The History of South Tulsa Baptist Church
A Rich Christian Heritage Since 1978
Men and women with vision, a heart for South Tulsa and a desire to see their neighbors hear the Good News led the drive to establish South Tulsa Baptist Church nearly a quarter of a century ago. The growth of South Tulsa Baptist Church has been nothing but dynamic since the mission-minded people of First Baptist Church, Tulsa, answered the call to establish a body of believers in south Tulsa in the 1970s.
STBC began with an air of anticipation during the spring of 1977 when the Missions Committee of the Deacon fellowship began searching for a site in south Tulsa to establish a new work. Chairman of the committee was Deacon Paul R. Henry. Others on the committee were F.H. Gilmore, Neil Layman, Lawrence Peitz, Roy Thomason and Ed Wolf. The previous October, the Tulsa Baptist Association had already stood in the gap, purchasing 10 acres of land at 103rd and Sheridan Road for $61,500.
A year after buying the property, the FBC leadership felt led by the Lord to reach out to the community and discover the needs of the people in south Tulsa. First Baptist conducted a house-to-house survey in a four-mile radius around the newly bought property. Nearly a fifth of those responding to the survey said they were interested in a church being erected south of the intersection of 101st Street and Sheridan Road.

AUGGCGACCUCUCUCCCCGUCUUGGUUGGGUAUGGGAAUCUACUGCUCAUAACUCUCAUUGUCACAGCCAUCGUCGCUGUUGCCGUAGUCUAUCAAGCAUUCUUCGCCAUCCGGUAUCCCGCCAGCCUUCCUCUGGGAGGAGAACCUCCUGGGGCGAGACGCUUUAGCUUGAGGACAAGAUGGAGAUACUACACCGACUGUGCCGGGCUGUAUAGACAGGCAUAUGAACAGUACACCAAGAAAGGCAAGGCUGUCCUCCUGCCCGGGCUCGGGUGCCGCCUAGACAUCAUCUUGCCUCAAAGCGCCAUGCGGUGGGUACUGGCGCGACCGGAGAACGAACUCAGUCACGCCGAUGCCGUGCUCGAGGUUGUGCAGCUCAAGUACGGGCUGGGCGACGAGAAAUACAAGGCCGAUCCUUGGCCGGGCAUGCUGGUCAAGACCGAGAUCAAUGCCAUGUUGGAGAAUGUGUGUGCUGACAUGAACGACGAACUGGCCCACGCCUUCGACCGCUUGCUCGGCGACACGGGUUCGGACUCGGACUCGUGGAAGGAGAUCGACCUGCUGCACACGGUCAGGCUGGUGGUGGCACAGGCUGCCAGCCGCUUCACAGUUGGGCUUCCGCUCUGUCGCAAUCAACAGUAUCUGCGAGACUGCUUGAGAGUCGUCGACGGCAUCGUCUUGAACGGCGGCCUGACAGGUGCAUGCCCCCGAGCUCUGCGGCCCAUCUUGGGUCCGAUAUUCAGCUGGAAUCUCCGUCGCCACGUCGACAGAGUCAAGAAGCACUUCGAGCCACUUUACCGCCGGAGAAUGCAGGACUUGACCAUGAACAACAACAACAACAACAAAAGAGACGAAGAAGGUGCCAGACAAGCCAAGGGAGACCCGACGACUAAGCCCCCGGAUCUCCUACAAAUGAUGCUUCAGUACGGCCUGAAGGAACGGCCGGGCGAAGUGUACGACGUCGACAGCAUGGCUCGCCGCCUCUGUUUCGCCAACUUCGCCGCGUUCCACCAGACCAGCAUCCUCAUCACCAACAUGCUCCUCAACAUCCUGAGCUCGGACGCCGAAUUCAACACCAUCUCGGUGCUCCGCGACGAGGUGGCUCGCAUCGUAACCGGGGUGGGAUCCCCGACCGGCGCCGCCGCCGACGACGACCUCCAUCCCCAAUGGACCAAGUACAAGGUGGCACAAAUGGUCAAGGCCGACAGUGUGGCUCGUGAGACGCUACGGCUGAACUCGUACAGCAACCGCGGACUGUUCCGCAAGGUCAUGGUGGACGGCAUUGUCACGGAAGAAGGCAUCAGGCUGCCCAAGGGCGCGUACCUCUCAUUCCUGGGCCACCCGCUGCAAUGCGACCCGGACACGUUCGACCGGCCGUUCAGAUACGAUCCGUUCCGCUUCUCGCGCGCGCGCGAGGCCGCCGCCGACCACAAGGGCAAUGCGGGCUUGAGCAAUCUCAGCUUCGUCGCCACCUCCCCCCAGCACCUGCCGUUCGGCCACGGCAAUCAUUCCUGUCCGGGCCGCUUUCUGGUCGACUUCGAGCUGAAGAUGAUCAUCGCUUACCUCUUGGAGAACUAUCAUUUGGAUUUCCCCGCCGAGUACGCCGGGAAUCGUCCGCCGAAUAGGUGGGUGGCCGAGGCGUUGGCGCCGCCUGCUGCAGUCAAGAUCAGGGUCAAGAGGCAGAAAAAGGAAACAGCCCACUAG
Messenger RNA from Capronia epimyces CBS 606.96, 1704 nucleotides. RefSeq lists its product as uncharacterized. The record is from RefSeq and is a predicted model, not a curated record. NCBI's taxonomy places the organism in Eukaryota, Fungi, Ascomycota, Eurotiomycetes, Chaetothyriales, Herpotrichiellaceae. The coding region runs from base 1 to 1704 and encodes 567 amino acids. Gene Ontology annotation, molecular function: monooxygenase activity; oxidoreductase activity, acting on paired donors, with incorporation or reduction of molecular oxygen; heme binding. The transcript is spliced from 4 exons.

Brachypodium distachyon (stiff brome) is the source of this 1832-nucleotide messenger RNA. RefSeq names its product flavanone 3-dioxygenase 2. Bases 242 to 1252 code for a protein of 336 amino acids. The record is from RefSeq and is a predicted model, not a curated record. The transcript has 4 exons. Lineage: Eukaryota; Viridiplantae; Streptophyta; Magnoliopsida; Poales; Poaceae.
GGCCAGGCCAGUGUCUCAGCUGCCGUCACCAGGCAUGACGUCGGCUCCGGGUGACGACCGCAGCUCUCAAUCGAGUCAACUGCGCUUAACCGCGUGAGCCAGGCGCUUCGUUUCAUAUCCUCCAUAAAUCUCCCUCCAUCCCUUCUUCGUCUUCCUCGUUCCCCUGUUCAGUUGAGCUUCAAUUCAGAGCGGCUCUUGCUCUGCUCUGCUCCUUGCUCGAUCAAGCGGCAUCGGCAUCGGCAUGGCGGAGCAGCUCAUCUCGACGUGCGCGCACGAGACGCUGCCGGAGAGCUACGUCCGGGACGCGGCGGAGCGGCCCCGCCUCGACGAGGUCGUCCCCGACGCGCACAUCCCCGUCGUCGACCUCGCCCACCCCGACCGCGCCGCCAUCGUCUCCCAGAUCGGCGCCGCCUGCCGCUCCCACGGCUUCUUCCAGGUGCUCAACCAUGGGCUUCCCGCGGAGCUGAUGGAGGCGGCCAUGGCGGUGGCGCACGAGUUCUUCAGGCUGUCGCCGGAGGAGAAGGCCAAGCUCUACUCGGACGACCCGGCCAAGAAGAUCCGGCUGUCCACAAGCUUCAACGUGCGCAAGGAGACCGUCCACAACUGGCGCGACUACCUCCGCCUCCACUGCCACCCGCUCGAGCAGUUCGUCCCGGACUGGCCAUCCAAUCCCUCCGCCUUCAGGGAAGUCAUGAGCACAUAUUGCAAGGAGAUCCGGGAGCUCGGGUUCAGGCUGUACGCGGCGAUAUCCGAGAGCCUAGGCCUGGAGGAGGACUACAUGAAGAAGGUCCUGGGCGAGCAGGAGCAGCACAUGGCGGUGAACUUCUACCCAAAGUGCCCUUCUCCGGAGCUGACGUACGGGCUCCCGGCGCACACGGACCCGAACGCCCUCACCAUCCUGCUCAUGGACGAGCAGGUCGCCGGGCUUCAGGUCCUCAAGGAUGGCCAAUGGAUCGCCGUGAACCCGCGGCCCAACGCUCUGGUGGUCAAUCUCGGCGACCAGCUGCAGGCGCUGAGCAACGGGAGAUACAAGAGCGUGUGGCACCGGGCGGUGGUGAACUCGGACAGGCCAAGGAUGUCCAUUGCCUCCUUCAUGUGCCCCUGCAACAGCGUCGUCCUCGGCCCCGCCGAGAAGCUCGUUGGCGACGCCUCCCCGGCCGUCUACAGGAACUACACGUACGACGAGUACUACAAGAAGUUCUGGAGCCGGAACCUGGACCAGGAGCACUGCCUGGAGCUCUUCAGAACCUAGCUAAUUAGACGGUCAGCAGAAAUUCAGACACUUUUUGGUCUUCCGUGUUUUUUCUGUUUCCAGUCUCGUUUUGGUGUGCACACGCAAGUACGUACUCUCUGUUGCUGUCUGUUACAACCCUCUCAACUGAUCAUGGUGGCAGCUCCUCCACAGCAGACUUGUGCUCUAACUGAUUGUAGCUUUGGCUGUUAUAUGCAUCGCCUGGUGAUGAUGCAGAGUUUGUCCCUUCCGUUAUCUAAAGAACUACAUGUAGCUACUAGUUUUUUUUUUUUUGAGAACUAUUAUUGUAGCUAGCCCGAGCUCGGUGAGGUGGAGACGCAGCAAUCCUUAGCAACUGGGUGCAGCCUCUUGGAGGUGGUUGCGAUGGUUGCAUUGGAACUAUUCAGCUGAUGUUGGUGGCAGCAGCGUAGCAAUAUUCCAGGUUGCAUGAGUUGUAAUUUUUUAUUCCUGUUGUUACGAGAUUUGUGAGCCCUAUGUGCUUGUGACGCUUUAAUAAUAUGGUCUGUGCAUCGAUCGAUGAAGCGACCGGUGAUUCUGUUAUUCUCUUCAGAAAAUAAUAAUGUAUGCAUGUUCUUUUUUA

Ten months later, in August 1978, First Baptist Church approved the purchase of the land at 10310 S. Sheridan Road by making the final payment of $23,579. First Baptist wanted to establish a “satellite” church to be called First Baptist Church South. A satellite church is one that meets in two locations with one staff, one committee system, one deacon body and one budget.
The newly organized church in south Tulsa was, in effect, a mission. But, even then it was obvious that because of the location the church had to be a first-class organization. The FBC leadership wanted a satellite instead of a mission church because the facility had to be compatible with the neighborhood.
“We did not feel we could call South a mission,” said Paul Henry, chairman of the Missions Committee. “We always expected them to become an independent church.”
Sunday School and worship services started on Nov. 5, 1978 in Thoreau Junior High School near 71st Street and Memorial Drive. Dr. Jerry Hopkins became the interim pastor and led the inaugural service that was attended by 75 people.